Handheld Devices

iPhone 5s gold rush begins, as crowds line up for new phone

There's nothing like an iPhone launch to bring out a crowd.

Apple's latest phones--the iPhone 5c and iPhone 5s--hit retail shelves on Friday. And at Apple Stores in 10 countries around the world, people lined up in anticipation of doors opening at 8 a.m. local time so they could get their hands on the new models, just as they had for previous iPhone launches.

"Everyone is just crazy for the iPhone," said Artur Mardanov, who waited in line for 20 hours only to emerge from Apple's flagship Fifth Avenue store in New York with two iPhone 5s models.

iPhone fans had extra incentive to queue up this time around. Apple only began taking online orders for the iPhone 5s on Friday morning, so if you wanted one right away, you had to head out to a retail outlet selling the new phone. Besides Apple, the iPhone 5s went on sale from carriers AT&T, Sprint, T-Mobile, and Verizon, as well as retailers Best Buy, Wal-Mart, Target and RadioShack.

Software engineer Jose Marinez got up bright and early Friday morning to order his iPhone 5s online. But when he found out that his order wasn't expected to ship until October, he headed out to the Fifth Avenue store to stand in line. He had come prepared, though, with a comfortable chair.

"I'm a pro at this. I'm a total veteran," Marinez said. "I might as well be comfortable. I waited for the first one, the 3G, the 4, the 5, and now the 5s."

The iPhone 5s appeared to be the main draw for crowds at Apple Stores on Friday--after all, you could preorder the iPhone 5c a week ago. But people lining up for the 5s still had color on their minds; specifically, the gold-colored version of the new smartphone looked to be a popular choice among would-be shoppers. At the Apple Store on Walnut Street in Philadelphia, for example, store employees announced 38 minutes before the iPhone launch that all the tickets for 16GB gold phones had been given away to people in line. That news was greeted by audible grumbling from the rest of the crowd. Similarly, at the Apple Store in Palo Alto, Calif., gold iPhones ran out of stock after about 30 customers, while the Cambridgeside Galleria Apple Store in, Cambridge, Mass., ran out of old iPhones about 35 minutes into sales.

"They ran out of the gold ones pretty early," said Iryna Hrubiy, a Drexel University student who wound up buying a space gray iPhone 5s at Apple's Philadelphia store. "But I'm starting to like this classy color combo I've got with the beige case and the black background, so I might keep it."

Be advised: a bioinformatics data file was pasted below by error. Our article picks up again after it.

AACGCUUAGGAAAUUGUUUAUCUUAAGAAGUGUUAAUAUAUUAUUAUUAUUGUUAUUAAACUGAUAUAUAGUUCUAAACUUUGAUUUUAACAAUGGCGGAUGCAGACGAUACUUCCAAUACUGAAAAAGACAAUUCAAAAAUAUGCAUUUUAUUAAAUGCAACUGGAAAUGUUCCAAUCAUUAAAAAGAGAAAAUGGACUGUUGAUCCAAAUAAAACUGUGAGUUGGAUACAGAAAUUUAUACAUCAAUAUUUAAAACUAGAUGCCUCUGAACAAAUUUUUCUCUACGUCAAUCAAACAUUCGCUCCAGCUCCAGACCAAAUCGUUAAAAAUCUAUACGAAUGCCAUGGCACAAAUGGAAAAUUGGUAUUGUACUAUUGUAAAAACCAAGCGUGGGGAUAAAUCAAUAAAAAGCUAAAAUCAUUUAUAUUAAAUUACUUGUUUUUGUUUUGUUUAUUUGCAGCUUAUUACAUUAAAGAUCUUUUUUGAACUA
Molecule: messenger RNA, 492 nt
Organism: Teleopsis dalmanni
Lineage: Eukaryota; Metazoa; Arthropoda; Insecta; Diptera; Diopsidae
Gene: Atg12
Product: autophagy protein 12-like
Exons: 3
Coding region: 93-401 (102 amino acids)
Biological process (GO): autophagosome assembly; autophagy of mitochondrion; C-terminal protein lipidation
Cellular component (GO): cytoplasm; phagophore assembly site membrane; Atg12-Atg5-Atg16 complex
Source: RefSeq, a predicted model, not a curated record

L Plaga, a rapper who wound up first in line at the Philadelphia store, was luckier with his color choice. "I want gold, gold is real good," he said. "It's a beautiful thing."

Why the focus on color? "People want to change their colors," said Ahmad Mohammad, a student upgrade from his iPhone 5 in Philadelphia. "The [iPhone] 4 and the 5 were white and black, so they just want something new."

But there's more to the iPhone 5s than just a new touch of color. Apple's latest phone boasts a speedier processor, camera improvements, and a new security feature called Touch ID. The capacitance-based scanner is built into the iPhone 5s Home button and uses your fingerprint to grant access to your phone.

Touch ID certainly caught the eye of Marinez, the software engineer waiting to get his iPhone 5s in New York. I have a lot of sensitive documents, and if I lost my phone, I'd be in big trouble," he said.

In Philadelphia, Hrubiy also was looking forward to taking advantage of Touch ID. "I always know people are going to go for my phone, so I have the code put in there, but it takes forever to do that constantly," she said.

Andrew Booth, in Philadelphia for business and taking advantage of his proximity to an Apple Store to buy an iPhone 5s for his wife, thought Touch ID might have uses beyond its initial features. "I think it will be used for other applications eventually, particularly for PayPal," he said.

Customers looking to grab an iPhone 5s on launch day had plenty of company. In Philadelphia, the line began forming at 11 a.m. on Thursday; by Friday morning it stretched all the way down the block--a longer line than greeted last year's iPhone 5 launch at the same store. At New York's Fifth Avenue store, the line for an iPhone had stretched around three blocks by the time the store opened its doors.

That scene repeated itself around the globe. A huge crowd--with some estimates as high as 1500 people--massed outside of the Regent Street Apple Store, with the line stretching down Hannover Street into Hannover Square Gardens. Back on this side of the Atlantic, the crowd wasn't as large at the Cambridgeside Galleria outside Boston, but a healthy line of around 200 people formed in anticipation of the iPhone's arrival.

Not every line was free of incident. According to media reports out of Houston, iPhone shoppers camping out in front of an AT&T Store were robbed at gunpoint.

In addition to the US and UK, the iPhone 5s and 5c went on sale in Australia, Canada, China, France, Germany, Hong Kong, Japan, Puerto Rico, and Singapore on Friday.

Caitlin McGarry reported from New York; Joel Mathis reported from Philadelphia. Macworld's Dan Frakes and Serenity Caldwell contributed to this report from Palo Alto, Calif., and Cambridge, Mass., respectively. Karen Haslam of Macworld UK contributed to this report.


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